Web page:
Next up: security. My bag got sectioned and swabbed, as I’d forgotten a small pair of scissors in my bag, which they ended up letting me take on board – obviously less of a threat than chutney – but after a quick rummage through my dirty laundry and emptying the contents of my wash bag, I was on my way. Realizing I didn’t have too long until my gate closed I whizzed through the terminal, stopping to buy a 5 litre (travel size!) bottle of water and two enormous boxes of roses chocolates from the giant duty free shop. It had all gone far too smoothly and just as I was smugly sailing towards the gate without a care in the world, ready to embrace Ryanair back into my life…I was unwittingly snared, in a beeline straight to the lions’ den…the Ryanair post check-in, post-security, post plastic bag filling and liquid rejecting, pre-boarding team, spanning the arrival into the departure gates like defenders on the backline. The home strip of crisp royal blue, sensible shoes and hair lacquered into a second scalp, poised. Out of nowhere, into my ear hole: “You’ve got three bags madam, you can only have one.” Ooh this guy was good…a winger in an orange bib covering the sideline. “Excuse me?” I said. “Yep, going to have to throw some of that away madam”
Now the thing here is that I hadn’t even had the chance to prepare by putting my handbag into my case and rearranging the water bottles and chocolates to look like it was my on board snack. Caught, red-handed, over the limit. I had to think fast. I moved away with a faint smile as if to say “Ok…I’ll just go over here and throw away…erm my computer” and I headed towards the ladies room.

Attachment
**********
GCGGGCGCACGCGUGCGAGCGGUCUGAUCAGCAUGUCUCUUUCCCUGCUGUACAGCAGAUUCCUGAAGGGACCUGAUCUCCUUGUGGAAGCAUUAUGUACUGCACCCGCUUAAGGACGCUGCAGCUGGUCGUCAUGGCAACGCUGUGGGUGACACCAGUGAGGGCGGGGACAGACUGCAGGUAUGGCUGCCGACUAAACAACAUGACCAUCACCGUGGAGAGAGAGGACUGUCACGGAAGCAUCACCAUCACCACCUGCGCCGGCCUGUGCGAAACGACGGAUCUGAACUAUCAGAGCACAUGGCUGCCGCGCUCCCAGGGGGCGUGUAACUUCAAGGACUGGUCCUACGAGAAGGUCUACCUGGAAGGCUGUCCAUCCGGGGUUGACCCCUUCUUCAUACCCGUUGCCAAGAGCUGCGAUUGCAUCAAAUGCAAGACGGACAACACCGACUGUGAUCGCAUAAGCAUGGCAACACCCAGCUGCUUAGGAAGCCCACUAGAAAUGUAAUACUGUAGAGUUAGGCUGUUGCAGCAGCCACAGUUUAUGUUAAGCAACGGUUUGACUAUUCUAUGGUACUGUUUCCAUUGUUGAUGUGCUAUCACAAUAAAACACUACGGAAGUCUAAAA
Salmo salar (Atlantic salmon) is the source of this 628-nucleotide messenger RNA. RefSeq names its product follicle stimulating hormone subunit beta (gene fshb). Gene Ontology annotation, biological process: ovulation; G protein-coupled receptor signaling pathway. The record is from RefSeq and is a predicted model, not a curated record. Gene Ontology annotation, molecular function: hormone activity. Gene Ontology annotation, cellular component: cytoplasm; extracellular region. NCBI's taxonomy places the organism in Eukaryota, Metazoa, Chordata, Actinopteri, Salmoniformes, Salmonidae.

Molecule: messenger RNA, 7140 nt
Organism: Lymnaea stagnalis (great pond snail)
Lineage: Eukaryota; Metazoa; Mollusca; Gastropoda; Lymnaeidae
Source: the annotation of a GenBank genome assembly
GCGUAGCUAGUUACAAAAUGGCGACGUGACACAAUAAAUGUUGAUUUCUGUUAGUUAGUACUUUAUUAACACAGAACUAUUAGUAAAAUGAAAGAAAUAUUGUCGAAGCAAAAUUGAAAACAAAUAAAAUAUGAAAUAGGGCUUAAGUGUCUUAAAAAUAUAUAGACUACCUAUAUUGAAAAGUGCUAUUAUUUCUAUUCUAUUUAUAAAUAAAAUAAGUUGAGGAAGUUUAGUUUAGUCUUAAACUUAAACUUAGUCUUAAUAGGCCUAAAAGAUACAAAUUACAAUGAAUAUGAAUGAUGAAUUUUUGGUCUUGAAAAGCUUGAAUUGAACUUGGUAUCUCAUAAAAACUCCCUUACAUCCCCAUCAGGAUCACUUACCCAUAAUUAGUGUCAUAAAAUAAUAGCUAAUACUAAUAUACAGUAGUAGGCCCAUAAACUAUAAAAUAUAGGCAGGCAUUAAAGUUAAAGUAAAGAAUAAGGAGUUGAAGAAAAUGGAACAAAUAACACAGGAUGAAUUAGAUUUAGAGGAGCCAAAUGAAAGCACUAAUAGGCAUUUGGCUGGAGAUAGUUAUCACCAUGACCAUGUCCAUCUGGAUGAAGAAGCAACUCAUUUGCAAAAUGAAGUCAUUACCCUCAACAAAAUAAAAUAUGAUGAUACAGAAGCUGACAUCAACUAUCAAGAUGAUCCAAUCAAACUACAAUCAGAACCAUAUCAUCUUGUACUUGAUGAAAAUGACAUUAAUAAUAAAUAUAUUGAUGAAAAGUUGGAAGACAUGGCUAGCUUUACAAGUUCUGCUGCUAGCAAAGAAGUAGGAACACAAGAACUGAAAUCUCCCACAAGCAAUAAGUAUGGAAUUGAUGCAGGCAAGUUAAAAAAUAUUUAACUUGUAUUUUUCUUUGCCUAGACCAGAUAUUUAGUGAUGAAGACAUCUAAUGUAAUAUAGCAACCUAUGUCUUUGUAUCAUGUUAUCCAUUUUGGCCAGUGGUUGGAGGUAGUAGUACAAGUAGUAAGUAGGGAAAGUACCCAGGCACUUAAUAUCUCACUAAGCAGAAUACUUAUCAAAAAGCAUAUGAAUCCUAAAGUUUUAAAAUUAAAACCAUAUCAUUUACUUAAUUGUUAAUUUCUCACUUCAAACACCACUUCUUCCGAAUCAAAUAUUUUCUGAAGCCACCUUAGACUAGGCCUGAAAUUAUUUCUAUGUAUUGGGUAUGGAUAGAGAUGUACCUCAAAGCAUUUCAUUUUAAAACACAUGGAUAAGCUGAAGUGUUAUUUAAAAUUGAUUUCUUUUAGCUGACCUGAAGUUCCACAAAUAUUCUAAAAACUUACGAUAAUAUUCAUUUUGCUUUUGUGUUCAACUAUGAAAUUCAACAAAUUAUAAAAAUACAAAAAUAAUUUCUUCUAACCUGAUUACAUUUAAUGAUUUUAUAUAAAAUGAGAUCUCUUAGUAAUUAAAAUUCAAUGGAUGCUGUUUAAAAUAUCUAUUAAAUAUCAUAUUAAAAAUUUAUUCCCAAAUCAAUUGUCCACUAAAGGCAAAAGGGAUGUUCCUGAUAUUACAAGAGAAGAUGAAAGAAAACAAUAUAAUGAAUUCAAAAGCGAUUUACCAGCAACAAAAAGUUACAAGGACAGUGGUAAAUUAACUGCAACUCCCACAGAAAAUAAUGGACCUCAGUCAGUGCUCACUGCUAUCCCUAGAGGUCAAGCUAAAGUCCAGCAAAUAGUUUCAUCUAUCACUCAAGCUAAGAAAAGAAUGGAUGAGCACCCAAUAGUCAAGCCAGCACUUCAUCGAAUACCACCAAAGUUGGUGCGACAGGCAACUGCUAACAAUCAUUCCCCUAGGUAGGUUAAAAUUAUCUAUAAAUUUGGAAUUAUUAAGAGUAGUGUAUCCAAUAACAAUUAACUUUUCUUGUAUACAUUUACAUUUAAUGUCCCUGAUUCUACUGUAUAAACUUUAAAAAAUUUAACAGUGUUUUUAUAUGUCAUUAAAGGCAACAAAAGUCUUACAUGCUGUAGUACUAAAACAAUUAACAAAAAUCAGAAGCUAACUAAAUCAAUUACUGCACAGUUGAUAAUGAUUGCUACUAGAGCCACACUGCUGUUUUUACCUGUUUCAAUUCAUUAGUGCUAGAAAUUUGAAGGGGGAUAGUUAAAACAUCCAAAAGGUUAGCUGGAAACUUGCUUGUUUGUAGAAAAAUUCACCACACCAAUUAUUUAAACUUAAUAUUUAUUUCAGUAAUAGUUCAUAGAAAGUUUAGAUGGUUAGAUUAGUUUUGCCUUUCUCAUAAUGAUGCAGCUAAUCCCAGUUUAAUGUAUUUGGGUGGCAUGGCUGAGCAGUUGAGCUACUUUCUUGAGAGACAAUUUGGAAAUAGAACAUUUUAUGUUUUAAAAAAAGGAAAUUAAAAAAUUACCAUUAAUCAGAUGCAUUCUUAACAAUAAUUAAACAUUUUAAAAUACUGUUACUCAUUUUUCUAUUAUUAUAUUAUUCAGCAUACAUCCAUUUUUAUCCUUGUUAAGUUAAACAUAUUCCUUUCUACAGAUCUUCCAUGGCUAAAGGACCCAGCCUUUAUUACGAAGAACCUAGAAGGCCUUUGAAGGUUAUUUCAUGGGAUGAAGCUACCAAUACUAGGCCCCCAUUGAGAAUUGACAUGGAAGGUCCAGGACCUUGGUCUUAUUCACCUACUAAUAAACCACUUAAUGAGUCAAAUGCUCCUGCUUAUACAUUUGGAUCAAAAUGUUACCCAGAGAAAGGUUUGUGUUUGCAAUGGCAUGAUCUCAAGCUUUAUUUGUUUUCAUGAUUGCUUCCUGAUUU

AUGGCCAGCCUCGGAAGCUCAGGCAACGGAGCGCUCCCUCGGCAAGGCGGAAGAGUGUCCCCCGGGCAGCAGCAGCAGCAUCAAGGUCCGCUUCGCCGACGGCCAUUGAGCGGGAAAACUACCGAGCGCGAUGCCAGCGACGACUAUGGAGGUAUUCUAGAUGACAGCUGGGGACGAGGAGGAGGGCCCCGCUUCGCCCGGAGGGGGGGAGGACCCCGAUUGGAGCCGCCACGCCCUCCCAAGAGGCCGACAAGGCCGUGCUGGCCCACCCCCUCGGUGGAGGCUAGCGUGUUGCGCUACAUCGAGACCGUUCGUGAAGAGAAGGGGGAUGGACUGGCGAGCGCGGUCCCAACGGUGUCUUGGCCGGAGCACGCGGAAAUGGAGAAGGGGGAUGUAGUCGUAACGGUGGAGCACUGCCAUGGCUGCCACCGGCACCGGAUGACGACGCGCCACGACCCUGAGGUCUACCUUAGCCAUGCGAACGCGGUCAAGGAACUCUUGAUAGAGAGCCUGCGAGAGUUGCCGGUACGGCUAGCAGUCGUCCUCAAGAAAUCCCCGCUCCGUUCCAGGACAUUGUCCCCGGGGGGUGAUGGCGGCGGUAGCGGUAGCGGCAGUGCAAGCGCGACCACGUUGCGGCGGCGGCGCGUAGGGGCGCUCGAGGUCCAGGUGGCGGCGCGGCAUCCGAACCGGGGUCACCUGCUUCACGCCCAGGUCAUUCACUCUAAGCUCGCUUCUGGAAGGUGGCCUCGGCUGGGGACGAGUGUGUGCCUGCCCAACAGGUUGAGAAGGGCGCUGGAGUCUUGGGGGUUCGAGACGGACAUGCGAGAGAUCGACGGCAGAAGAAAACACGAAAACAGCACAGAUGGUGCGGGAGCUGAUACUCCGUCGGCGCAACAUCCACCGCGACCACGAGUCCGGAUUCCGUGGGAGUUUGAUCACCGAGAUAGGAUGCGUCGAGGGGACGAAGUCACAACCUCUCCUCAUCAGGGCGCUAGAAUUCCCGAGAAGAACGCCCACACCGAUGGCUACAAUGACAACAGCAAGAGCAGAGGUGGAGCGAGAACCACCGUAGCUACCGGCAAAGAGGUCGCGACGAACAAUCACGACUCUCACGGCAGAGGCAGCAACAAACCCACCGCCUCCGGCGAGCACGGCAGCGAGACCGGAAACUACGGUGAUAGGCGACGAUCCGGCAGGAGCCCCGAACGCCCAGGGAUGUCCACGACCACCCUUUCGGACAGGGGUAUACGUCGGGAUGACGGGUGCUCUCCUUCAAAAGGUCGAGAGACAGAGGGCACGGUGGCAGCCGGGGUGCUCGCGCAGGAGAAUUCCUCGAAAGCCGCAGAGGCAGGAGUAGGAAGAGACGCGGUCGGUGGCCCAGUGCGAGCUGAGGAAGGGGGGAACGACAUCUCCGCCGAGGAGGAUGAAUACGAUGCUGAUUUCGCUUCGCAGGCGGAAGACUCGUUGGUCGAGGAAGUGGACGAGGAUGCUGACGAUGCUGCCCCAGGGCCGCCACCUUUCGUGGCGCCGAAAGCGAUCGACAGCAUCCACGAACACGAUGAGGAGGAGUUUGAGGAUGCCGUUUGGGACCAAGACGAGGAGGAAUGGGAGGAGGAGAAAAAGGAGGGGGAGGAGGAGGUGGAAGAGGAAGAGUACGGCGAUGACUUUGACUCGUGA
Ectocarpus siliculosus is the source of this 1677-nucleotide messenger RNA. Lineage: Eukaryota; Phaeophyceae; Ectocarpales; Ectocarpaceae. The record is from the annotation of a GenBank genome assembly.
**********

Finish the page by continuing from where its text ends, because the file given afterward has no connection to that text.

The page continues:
Blocked by a blue suit with a huge weighing scale. “Bag on here please madam”. I was prepared now. “I’m just going to the toilet actually!” “We need to weigh your bag first. On here please…and boarding pass.” Bugger. There was nothing for it, short of making a dash for it, but then I wasn’t in a Richard Curtis movie and I did actually want to get on the plane. I watched the scale register 11kg and was relieved, thinking that, being only 1kg over the limit they’d be lenient, smile and say “please keep it to 10kg next time, including the roses chocolates.” Instead my boarding pass and freedom to travel was whipped from my hand. “That’s £35, cash or card?” “I’m sorry?” “You’ll have to check this bag in. £35 pounds, over there.” I could have screamed.